Friday, June 12, 2009

Silk. Lots and lots of beautiful silk!

A few weeks ago, I found out that an enthusiastic trader on Etsy had some skeins of silk laceweight yarn she was clearing out of her abundant yarn collection. Since I like silk, I’ve been curious about working with yarn, and I was wondering just how thin laceweight yarn is, I traded a keyring pen for a skein of blue silk yarn.
Since I like to experiment on new types of thread by making longer pieces of lace, I needed to make a new pricking. After a bit of debating with myself, I decided to draw it out at a scale that would give me 8 pins per inch along the straight sides. I had thought to make scalloped edges, similar to the edges on the variegated thread bookmark I made a few months ago, but decided to simplify it with straight edges. The center of the strip is a simple honeycomb ground. The triangles along the edges are half-stitch, and along each edge two pairs of passives are worked in whole stitch to give a sturdy woven edge.

After drawing out the design, I scanned it in to my computer and printed out two copies. I carefully cut and taped the strips to align the design. Cheating a little, I did not mount the printouts on a stiff backing, and I did not pre-prick the holes. The reason I made the pattern so long is that I wanted to try working it on a roller pillow I bought on ebay a few years ago. I pinned the paper strip to the center of the roller, then wound about a yard of yarn onto each of 32 bobbins (16 pair). I started the lace at a point, similar to the bookmarks I’ve made, and worked it as normal.
For the most part, working with the laceweight yarn was no different than with thread. However, it was not an even thickness, and the thicker slubs had to be worked with carefully. They tended to get stuck in the whole stitch edges. The lace was a little looser than usual, due to the large scale at which I drew the pattern.
When working on a roller pillow, you work an inch or so at a time, then turn the roller back a bit to expose the next section to work. You take the pins from the back to use in the lace at the front as it is being made. I found that I liked this, because it left me with not as many pins to take out and the end when I’ve finished! However, there are some thing I don’t like about this roller pillow. I can’t push the pins all the way down, like I do on my cookie pillow. The slope on the roller is a little too steep, and the apron—the part where the bobbins lay—is awfully thick, making it a little awkward to position when working. As this is the only roller pillow I’ve ever used, I don’t know whether this is normal. I plan to make a new roller pillow myself, so I’ll try to eliminate at least a couple of those issues.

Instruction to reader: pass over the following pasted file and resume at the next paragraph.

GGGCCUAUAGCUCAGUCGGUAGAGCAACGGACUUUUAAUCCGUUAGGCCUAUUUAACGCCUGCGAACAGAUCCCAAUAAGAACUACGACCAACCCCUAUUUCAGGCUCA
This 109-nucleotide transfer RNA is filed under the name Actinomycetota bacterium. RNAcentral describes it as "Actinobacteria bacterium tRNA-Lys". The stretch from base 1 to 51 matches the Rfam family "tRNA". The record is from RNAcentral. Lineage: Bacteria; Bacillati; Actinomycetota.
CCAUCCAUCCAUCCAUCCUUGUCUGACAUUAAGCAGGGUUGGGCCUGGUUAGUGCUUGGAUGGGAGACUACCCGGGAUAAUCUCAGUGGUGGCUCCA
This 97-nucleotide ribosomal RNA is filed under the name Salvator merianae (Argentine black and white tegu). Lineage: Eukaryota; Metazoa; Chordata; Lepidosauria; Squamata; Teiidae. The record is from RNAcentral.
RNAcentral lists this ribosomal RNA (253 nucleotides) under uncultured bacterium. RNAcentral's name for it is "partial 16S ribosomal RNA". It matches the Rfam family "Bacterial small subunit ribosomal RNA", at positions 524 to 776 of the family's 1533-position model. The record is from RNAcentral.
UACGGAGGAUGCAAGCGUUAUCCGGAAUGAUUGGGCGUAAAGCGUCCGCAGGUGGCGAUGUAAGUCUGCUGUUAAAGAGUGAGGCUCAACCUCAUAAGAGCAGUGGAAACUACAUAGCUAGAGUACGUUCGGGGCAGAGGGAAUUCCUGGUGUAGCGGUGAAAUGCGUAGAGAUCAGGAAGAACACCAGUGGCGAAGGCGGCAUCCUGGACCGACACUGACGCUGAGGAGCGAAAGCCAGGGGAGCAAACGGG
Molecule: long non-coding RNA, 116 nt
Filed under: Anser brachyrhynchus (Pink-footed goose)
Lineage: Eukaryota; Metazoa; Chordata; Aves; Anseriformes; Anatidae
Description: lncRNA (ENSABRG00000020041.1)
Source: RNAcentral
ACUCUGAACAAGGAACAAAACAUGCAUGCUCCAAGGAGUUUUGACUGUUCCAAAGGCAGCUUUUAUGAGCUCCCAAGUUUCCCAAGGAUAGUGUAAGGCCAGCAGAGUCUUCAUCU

I started to run out of yarn on a couple of bobbins before I quite reached the end of the 17 ½” long pattern, but what I had was long enough for what I wanted, so I finished off at a point similar to the beginning. Because the lace was fairly loose, as I mentioned earlier, I laid the strip out flat and treated it with spray starch. I didn’t iron the lace, but let it air dry. That worked wonders!
It wasn’t until I was partway through making the strip of lace that I finally decided what to do with it. I often wear my hair pulled back by a sash, since it’s too short to pull back in a ponytail. Since I have quite a bit of undyed silk chiffon left over from a rather nice dress I made a couple of years ago, I decided to make a silk hair sash on which to mount the silk lace.

Originally, I’d thought to make a long, skinny sash, barely wider than the lace. But the first piece I pulled out of my bag of leftover silk was a roughly rectangular piece the full 44” width of the fabric, with the barely noticeable selvages still present. That gave me a new idea. I sewed the long edges together in a French seam and pressed it in the middle of the long strip.

Folding it in quarters, I marked the center, then marked the center of the lace and sewed it in the middle of the sash. I decided to leave the ends open so that, when tied, it would give the effect of a regular scarf. When I was taking pictures of it, I played around with folding it in long thirds the width of the lace, and laying flat like a head scarf. I even tied the folded sash around the neck of my wig head for another variation!

The next time I use this yarn, and probably for any other laceweight yarn, I’ll still use the eight pins per inch scale, since that works well with the unevenness, but I’ll add extra twists as necessary to make the lace a little tighter. Even doing that, though, I’ll probably still need to starch the lace. Which reminds me, I need to get some more starch because I finished off my current can on this!